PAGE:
|Do not fly Iberia
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Translated by Alfred John Church and William Jackson Brodribb
Book XIV Chapter 30: Further problems in Britain. Mona conquered[AD 61]
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On the shore stood the opposing army with its dense array of armed warriors while between the ranks dashed women, in black attire like the Furies, with hair dishevelled, waving brands. All around, the Druids, lifting up their hands to heaven, and pouring forth dreadful imprecations, scared our soldiers by the unfamiliar sight, so that, as if their limbs were paralysed, they stood motionless, and exposed to wounds. Then urged by their general's [Note 1] appeals and mutual encouragements not to quail before a troop of frenzied women, they bore the standards onwards, smote down all resistance, and wrapped the foe in the flames of his own brands. A force was next set over the conquered, and their groves, devoted to inhuman superstitions, were destroyed. They deemed it indeed a duty to cover their altars with the blood of captives and to consult their deities through human entrails.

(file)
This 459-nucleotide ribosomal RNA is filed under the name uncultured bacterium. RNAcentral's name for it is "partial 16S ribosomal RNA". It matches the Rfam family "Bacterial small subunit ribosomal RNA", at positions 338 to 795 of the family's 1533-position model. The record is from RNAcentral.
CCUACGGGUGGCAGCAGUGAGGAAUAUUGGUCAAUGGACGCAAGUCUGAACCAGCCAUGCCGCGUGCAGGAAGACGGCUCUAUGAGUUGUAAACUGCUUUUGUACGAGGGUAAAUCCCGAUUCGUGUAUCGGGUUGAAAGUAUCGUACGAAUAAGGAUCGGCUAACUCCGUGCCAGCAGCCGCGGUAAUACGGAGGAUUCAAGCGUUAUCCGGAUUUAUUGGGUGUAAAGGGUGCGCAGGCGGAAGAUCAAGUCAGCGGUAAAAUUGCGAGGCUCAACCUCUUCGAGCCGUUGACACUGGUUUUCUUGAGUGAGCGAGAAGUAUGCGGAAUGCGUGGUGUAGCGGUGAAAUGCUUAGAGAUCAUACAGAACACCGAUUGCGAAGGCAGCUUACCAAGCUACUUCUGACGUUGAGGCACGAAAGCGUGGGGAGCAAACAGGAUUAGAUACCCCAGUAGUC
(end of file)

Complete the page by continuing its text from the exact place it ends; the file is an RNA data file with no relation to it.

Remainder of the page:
Note 1: general = Suetonius Paulinus
Event: Further problems in Britain